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Thread: A Pinkham Tale.

  1. #1

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    A Pinkham Tale.


    la puta negra deuce

    It's been a slow year for me and I haven't done a page of soft focus pics in quite some time. So it's time to break the silence I hope.

    The image at the top links to a page I've created at my web pages with images done by a one off Pinkham lens. The only one in existence as far as anyone knows. It is a pre-production prototype Pinkham Bi-Quality lens, 16" f5. The story about it is at my page.

    http://tonopahpictures.0catch.com/Pi...i-Quality.html
    He is no fool who gives what he cannot keep..to gain that which he cannot lose. Jim Elliot, 1949

  2. #2
    ScottPhotoCo's Avatar
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    Re: A Pinkham Tale.

    Thank you Jim! I love stories like this. I do believe some of the tools we use have a soul. This lens definitely does.

    Tim

  3. #3
    Green Hand pierre506's Avatar
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    Re: A Pinkham Tale.

    A nice historic story.
    Sometimes love just ain't enough.
    http://www.flickr.com/photos/pierre506/sets/

  4. #4
    Mark Sawyer's Avatar
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    Re: A Pinkham Tale.

    Remarkable...
    "I love my Verito lens, but I always have to sharpen everything in Photoshop..."

  5. #5

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    Re: A Pinkham Tale.

    Hello, Jim,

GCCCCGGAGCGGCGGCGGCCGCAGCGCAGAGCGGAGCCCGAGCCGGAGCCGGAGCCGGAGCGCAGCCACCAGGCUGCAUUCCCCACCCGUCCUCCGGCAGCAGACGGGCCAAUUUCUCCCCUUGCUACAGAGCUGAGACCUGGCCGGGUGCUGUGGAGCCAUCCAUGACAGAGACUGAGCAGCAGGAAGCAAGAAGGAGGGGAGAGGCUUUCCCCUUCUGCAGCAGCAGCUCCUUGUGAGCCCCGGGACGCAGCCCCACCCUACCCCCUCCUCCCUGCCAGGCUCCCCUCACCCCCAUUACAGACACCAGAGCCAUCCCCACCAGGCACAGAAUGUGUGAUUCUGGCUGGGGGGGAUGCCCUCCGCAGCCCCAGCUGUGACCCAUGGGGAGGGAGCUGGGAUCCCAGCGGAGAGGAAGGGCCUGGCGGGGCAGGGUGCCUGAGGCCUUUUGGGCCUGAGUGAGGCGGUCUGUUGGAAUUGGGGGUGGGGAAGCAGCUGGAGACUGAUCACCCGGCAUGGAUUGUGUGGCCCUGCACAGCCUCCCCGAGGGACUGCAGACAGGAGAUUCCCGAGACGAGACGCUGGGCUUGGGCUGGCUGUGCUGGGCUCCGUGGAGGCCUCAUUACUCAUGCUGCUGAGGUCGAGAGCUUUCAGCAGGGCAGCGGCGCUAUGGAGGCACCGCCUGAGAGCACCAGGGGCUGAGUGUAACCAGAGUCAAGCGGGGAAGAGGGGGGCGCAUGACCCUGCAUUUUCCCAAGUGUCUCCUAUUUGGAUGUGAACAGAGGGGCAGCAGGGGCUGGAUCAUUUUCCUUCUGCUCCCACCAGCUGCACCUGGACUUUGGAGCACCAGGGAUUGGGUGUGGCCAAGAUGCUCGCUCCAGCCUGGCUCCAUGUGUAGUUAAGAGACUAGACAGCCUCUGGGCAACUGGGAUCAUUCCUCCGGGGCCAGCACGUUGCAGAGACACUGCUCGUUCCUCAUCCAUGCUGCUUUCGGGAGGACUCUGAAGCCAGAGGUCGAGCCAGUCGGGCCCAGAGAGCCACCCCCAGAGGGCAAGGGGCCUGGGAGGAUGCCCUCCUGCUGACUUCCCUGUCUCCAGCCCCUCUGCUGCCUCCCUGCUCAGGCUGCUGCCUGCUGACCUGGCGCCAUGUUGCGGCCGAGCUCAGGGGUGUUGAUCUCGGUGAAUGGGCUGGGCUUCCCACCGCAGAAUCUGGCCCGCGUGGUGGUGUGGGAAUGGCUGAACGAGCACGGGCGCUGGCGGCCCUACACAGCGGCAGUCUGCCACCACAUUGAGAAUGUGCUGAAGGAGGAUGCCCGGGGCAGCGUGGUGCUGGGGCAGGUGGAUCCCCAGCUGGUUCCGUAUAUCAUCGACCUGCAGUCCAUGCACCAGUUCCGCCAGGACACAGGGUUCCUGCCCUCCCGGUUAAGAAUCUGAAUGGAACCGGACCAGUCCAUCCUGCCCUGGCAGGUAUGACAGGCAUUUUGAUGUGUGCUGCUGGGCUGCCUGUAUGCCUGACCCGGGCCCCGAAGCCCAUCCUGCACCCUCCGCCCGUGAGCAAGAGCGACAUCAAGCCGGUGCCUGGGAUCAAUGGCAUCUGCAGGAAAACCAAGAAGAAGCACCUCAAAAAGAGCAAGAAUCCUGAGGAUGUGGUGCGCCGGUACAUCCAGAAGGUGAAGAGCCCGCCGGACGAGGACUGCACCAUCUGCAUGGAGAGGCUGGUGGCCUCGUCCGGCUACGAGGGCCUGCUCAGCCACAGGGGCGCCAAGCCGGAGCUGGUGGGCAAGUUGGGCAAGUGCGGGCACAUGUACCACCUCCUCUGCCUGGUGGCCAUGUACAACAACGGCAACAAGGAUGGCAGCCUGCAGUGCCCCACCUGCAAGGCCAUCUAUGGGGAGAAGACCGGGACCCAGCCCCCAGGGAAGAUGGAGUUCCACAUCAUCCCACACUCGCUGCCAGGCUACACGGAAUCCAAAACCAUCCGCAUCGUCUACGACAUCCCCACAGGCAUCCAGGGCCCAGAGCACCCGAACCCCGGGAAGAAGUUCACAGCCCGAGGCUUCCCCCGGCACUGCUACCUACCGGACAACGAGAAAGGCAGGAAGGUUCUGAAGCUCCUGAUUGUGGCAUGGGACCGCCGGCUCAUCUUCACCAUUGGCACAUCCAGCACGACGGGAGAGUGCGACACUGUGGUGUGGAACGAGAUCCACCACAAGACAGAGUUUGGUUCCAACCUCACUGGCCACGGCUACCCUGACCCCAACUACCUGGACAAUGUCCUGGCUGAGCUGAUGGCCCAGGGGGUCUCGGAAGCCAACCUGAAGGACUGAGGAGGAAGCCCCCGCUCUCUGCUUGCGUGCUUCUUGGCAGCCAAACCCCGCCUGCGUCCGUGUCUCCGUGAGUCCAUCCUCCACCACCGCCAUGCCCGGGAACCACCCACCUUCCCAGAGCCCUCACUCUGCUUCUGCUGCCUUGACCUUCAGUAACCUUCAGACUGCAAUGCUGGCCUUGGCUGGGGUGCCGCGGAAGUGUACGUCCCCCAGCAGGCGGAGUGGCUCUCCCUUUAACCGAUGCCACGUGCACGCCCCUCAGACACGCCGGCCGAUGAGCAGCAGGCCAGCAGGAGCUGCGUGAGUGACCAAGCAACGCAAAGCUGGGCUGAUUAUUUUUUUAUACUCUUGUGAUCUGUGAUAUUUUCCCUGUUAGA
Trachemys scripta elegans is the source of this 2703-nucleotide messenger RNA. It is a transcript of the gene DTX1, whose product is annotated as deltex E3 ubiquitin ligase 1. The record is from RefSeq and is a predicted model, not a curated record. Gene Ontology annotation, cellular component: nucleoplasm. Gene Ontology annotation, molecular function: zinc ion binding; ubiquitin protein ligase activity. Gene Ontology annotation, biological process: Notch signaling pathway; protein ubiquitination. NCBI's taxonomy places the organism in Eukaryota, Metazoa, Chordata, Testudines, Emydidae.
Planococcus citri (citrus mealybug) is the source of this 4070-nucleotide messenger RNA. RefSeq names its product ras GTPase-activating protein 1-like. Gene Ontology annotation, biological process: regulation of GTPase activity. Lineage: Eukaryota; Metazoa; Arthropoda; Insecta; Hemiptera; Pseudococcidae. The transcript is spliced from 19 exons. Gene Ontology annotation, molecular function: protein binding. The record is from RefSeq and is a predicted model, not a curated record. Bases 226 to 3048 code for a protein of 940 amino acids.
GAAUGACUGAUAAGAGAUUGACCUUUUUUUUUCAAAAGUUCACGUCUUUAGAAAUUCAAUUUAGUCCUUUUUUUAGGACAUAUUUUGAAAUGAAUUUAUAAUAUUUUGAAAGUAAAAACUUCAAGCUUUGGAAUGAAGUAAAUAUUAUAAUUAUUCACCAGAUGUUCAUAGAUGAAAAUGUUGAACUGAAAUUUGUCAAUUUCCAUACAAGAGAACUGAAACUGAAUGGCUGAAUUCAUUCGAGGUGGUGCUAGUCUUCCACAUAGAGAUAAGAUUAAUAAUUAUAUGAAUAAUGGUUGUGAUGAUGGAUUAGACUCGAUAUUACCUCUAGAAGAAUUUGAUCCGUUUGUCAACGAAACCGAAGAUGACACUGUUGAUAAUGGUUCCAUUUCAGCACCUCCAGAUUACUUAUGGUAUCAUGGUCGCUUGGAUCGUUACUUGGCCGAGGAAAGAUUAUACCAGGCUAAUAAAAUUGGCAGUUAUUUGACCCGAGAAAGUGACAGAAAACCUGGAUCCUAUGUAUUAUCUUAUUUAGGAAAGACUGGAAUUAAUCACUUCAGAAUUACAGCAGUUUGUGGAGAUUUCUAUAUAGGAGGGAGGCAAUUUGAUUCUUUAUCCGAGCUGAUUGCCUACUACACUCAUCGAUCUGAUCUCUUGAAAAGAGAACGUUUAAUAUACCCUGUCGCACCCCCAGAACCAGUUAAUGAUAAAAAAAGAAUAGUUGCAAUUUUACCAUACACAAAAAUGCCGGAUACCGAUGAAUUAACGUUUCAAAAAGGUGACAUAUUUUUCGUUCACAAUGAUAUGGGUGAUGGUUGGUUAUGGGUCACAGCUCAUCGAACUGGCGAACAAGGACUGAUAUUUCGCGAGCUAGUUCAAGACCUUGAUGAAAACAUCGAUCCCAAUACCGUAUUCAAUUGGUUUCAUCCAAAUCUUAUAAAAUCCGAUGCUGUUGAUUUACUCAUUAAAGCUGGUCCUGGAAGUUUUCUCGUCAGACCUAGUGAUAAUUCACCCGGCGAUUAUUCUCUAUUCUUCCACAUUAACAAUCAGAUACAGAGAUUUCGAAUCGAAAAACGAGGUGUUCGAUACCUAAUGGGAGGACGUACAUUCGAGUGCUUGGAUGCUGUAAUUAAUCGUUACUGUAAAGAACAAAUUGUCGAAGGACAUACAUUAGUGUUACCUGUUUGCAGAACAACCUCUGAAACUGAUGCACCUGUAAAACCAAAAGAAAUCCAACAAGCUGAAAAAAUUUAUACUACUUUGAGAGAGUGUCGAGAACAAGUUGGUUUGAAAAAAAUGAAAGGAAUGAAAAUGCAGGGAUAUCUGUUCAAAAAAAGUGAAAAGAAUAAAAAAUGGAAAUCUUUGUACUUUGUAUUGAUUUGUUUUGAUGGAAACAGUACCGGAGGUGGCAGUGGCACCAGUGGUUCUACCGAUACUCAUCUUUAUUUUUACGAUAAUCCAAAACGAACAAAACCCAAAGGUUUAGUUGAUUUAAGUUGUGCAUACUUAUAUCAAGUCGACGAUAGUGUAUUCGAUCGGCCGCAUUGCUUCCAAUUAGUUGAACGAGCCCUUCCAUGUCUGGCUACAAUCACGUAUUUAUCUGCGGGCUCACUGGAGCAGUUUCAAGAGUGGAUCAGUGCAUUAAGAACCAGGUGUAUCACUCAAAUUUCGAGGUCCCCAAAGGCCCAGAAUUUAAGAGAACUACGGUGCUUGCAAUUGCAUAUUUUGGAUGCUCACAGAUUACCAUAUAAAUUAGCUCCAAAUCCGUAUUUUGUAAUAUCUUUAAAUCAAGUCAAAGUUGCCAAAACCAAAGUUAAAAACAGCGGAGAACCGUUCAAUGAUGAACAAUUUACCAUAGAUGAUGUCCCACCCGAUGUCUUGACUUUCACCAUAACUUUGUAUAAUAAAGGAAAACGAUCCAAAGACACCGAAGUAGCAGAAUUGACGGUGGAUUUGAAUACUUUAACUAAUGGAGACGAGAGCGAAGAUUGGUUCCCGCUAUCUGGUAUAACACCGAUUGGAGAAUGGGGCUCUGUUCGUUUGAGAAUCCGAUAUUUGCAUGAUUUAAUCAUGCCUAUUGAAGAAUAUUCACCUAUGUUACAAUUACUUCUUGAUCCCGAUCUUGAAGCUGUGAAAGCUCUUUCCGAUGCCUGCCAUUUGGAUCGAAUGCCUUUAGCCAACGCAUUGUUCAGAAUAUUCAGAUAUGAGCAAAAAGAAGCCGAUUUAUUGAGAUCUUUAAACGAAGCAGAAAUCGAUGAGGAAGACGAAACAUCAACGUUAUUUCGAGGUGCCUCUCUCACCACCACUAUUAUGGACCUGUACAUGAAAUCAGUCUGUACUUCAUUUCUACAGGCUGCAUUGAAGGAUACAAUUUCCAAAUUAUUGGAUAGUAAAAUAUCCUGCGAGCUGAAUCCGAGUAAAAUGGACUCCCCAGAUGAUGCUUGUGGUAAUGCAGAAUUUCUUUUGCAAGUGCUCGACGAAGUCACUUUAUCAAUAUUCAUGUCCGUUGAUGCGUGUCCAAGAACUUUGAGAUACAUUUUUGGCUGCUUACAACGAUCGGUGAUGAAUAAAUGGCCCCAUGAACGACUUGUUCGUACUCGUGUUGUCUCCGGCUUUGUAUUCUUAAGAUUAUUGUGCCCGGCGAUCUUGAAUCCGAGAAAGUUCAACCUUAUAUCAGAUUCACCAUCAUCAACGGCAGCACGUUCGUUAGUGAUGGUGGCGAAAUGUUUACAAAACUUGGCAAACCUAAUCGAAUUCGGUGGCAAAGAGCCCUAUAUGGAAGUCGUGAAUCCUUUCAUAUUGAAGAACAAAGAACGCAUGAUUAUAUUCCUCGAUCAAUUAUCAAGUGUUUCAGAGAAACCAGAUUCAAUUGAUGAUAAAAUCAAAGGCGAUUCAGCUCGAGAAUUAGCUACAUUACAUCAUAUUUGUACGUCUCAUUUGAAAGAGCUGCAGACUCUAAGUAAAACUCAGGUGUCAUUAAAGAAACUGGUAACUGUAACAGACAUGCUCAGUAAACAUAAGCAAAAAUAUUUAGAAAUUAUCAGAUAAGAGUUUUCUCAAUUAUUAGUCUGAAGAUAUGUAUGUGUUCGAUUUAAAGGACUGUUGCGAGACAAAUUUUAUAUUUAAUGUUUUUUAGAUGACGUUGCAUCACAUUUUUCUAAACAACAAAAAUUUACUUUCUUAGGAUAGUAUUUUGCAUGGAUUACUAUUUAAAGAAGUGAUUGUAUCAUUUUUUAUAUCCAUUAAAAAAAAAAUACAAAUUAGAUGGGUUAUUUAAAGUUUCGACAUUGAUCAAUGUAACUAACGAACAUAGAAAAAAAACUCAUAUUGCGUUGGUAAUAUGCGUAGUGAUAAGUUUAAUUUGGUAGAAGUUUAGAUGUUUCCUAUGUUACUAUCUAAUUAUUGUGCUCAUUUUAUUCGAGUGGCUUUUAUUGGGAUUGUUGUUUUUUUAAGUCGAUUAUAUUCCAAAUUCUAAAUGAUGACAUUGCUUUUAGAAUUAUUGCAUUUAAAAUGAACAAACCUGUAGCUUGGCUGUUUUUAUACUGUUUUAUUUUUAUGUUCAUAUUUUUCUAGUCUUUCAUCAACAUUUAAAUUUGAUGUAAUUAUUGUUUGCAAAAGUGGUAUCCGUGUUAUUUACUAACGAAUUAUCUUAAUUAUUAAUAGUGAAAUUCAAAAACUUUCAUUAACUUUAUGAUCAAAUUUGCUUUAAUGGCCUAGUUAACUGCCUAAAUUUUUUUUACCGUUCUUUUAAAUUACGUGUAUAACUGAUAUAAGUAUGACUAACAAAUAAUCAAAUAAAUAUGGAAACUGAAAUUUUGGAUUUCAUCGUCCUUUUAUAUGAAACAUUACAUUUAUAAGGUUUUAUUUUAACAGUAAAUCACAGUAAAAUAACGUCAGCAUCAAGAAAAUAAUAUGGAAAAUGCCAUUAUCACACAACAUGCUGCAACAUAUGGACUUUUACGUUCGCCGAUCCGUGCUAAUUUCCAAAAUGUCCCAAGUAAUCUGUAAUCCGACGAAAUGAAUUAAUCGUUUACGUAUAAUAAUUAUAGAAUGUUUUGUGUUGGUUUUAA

this is a fantastic tale !
    I love this kind of bringing back the history, and looking at your pictures and knowing about your experience, for me you are the right man to do this prototype-finishing job..

    Ritchie

  6. #6
    jp's Avatar
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    Re: A Pinkham Tale.

    Those photos are rich in mood and quality.

  7. #7

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    Re: A Pinkham Tale.

    Wonderful Jim, I'm so glad you wrote down this history of these pieces of glass! And you did one thing even better, you produced iconic, graceful photographs with this lens, of subjects that would have been recognizable by Pinkham and all his relations and colleagues. I am always in awe of the generations of inventors, manufacturers, photographers, models, movie stars, motion pictures, and all the background film and chemistry involved in the great photography era of the 20th century. Soft focus came, went, then did it 2 more times, before being pretty much gone today. That doesn't mean it will stay that way. I'm sure all those predecessors are smiling at your work, too.

    Imagine, the glass was made what, in the late 1940ss? Then the widow kept it for 40 years. Then the guy bought it, and kept it for 20 years. Then you bought it, and after only 4 years, you get it back doing what it was meant for.

  8. #8
    LF/ULF Carbon Printer Jim Fitzgerald's Avatar
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    Re: A Pinkham Tale.

    Wow, Jim great story and what is most amazing is the e-bay find. The images are stunning. The Pinkham is one of the lenses missing from my collection.

  9. #9
    Jac@stafford.net's Avatar
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    Re: A Pinkham Tale.

    Good work, Jim! The lens is at last in its proper place.

    What does Bi-Quality mean?

  10. #10

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    Re: A Pinkham Tale.

    Quote Originally Posted by Jac@stafford.net View Post
    Good work, Jim! The lens is at last in its proper place.

    What does Bi-Quality mean?
    Thanks to all who responded. As to Bi-Quality, someone may know the back story better than I do, but I believe I read some place that the family learned they could not use the old Pinkham and Smith moniker on the lenses in the 1954 run, but being their name was Pinkham it was OK to use that name and Bi-Quality was somehow supposed to be equal to or lending itself to the old name for the series, Visual Quality. The 1954 lenses were identical to the "Visual Quality" series IV lenses. Wish I knew more, and that more of the history was concrete for us.
    He is no fool who gives what he cannot keep..to gain that which he cannot lose. Jim Elliot, 1949

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